In Team Fortress 2, Valve's fort-versus-fort multiplayer FPS, the devs have tried to apply the lessons they learned about iterative design to a multiplayer game. It is, in designer Robin Walker's words, "the first time we've got our shit together enough to do this" (and they've had a few goes - TF2 was originally announced in 1998). One of the words we hear a lot is "pacing". "We've always thought of pacing as a crafted thing in single-player," says Walker. "We spent a lot of time in Half-Life 2 crafting the highs and lows." Now TF2 has them - instead of standing around defending the base ("a flat experience"), you're forced to deal with rapidly evolving situations, like a Medic and Heavy Weapons Guy combining to capitalise on the former's temporary burst of invulnerability. When an enemy moves your flag, it will take 30 seconds to return to its home even if you touch it, forcing you to adjust your area of defensive focus. Similarly, get halfway through capturing a control point before death and your partial control will gradually diminish, giving the next wave the chance to resume the attack, and forcing the defending team to keep more of an eye on it. The dynamic changes minute to minute.
Originally published on GamesIndustry.biz, today's wide-ranging interview with Valve co-founder Gabe Newell touches on everything from the decision to extend Half-Life 2 episodically and introduce advertising to online multiplayer game Counter-Strike, to the future of the Steam business and what to expect from the next five years of gaming hardware. It also offers an insight into how Valve is structured, and why the developer believes listening to its customers is paramount to its success.
By now you'll have read our extensive hands-on report on Half-Life 2: Episode Two. Well, hopefully. Having spent an hour working through each of the six sections Valve prepared for us to play, we sat down with programmer David Speyrer, designer Gautam Babbar and Valve's ever-present marketing director Doug Lombardi and talked about the development of Episode Two, the release date issue, and where things might be going in Episode Three.
You're on an epic journey with Alyx, racing the Combine through the wilderness outside City 17. The Citadel has been destroyed and lies massively across the horizon, with a twister of plasmic energy spiralling into the clouds. Kleiner says it's "the infancy of a superportal". G-Man is back. We learn about his relationship with Alyx. The Combine Advisors move to the fore. Breen's fate is unknown. Double-double-crossing Judith Mossman has a role to play. Dr. Magnusson, one of Gordon's Black Mesa colleagues, is leading an effort in White Forest to launch a satellite. Alyx and Gordon possess the means to access the Combine overworld. Hunters - the raptors of the Strider family - are tracking them. A new muscle car adds to the free-form feel and facilitates fast travel. The Antlion underworld beckons, and Antlion Workers are ready and waiting, corrosive phlegm on standby. Vortigaunts are fighting by your side. Their motivation should become clear.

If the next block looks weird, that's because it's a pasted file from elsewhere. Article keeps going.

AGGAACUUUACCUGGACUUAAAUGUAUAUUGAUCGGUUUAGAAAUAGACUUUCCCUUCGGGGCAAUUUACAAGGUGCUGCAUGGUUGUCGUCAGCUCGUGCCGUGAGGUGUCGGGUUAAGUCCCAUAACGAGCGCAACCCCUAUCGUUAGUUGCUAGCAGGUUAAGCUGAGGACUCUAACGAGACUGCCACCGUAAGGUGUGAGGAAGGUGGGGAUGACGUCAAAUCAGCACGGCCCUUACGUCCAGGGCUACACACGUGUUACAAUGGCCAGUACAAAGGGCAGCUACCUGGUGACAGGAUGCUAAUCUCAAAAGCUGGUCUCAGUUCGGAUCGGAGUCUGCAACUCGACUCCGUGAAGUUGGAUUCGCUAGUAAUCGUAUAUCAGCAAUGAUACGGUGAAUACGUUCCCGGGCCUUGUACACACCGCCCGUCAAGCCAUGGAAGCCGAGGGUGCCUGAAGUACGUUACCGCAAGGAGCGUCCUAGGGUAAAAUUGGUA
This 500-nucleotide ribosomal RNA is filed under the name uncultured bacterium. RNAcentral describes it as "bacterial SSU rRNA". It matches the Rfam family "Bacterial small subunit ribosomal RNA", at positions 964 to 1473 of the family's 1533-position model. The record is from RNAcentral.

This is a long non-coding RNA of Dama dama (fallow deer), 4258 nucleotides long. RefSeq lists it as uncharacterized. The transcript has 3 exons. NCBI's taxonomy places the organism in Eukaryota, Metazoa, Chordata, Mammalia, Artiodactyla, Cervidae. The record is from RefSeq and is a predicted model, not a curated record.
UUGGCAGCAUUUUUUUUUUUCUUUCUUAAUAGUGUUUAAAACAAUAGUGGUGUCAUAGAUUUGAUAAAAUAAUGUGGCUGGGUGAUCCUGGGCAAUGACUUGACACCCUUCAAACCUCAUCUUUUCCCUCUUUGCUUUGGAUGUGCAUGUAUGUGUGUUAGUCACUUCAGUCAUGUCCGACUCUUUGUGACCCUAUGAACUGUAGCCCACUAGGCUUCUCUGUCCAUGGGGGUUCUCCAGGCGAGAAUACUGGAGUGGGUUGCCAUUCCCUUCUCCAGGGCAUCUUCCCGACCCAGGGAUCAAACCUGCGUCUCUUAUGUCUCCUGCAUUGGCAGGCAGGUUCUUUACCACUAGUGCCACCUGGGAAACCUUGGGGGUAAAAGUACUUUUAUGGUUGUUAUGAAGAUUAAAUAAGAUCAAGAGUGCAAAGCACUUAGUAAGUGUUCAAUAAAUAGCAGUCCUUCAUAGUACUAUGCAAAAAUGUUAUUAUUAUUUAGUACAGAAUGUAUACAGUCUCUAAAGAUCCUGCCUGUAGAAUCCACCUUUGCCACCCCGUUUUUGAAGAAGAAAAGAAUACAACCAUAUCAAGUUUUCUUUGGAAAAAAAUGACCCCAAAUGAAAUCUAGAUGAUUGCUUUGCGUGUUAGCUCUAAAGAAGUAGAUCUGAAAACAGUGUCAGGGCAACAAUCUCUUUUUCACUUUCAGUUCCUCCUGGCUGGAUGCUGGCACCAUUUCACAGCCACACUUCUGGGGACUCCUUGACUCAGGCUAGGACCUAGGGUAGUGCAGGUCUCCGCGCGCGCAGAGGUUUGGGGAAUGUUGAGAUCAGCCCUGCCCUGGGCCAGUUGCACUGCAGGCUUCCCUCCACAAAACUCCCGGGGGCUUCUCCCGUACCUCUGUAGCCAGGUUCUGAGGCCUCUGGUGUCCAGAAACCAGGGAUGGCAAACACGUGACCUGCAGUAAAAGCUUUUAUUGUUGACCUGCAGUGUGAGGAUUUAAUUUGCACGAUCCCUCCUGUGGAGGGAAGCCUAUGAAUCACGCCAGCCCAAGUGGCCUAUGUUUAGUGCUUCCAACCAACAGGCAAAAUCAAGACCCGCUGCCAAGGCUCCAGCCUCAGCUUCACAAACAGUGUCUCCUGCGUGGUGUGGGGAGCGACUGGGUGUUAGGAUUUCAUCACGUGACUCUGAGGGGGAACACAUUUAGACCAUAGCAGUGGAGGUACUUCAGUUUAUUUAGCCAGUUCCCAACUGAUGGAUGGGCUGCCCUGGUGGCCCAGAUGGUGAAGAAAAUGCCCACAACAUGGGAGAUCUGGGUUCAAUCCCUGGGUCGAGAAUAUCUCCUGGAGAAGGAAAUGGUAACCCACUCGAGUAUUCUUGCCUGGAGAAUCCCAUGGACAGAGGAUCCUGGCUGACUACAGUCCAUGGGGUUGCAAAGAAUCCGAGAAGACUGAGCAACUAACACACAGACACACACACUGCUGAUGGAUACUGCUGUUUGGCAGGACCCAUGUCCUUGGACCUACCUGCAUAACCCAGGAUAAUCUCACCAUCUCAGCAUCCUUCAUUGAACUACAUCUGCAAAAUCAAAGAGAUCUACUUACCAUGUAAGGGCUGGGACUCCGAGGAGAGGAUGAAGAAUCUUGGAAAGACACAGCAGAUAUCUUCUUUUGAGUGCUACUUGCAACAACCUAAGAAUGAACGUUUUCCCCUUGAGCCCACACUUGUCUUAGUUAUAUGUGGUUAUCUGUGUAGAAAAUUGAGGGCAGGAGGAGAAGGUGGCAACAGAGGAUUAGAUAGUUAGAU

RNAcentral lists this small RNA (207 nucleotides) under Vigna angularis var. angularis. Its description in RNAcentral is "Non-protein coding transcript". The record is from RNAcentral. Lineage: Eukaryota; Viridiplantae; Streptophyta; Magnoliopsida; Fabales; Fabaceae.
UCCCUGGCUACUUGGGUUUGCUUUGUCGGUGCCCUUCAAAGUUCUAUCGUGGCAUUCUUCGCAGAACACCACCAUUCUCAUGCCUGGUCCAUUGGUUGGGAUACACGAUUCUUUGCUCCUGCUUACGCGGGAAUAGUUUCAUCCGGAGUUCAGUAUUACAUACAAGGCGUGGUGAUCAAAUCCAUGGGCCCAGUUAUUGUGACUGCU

Kim Swift gives me performance anxiety. "Now you're thinking with portals," says Portal. Unfortunately I'm not. It's a flaw in Valve's preview approach. Most scenarios in Portal have to be solved by firing a portal entrance and a portal exit at different bits of wall. You then either enter one to exit through the other, or move an object through. And if you can't immediately see what you're meant to do, every second lost to the solution's pursuit gives the invisible man chiselling "dunce" on your pride the chance to add a flourish. By now mine's backlit serif, and twinned with a town in Castilla-La Mancha. Freed of the pressure of having the lead designer sat behind you the entire time you play, you can probably think more clearly. The impossible will be easy. At least to start.
GC: Valve opens up in Leipzig
Despite the massive acclaim and the shower of awards thrust upon Valve in the wake of Half-Life 2's release in November 2004, the developer listened more than ever to the feedback from the community, meticulously cataloguing thousands of hours of playtesting feedback from hundreds of playtesters and setting about to continue the Half-Life 2 story episodically, but while also fixing many of the niggling issues that fans had with the game.
After spectacularly 'raising the bar' (with a gravity gun) of the FPS genre in 2004, Valve last week turned its attention to extending the Half-Life 2 universe episodically with the release of the first in a trilogy of episodes that finally reveals what happened to Gordon and Alyx after the destruction of the Citadel.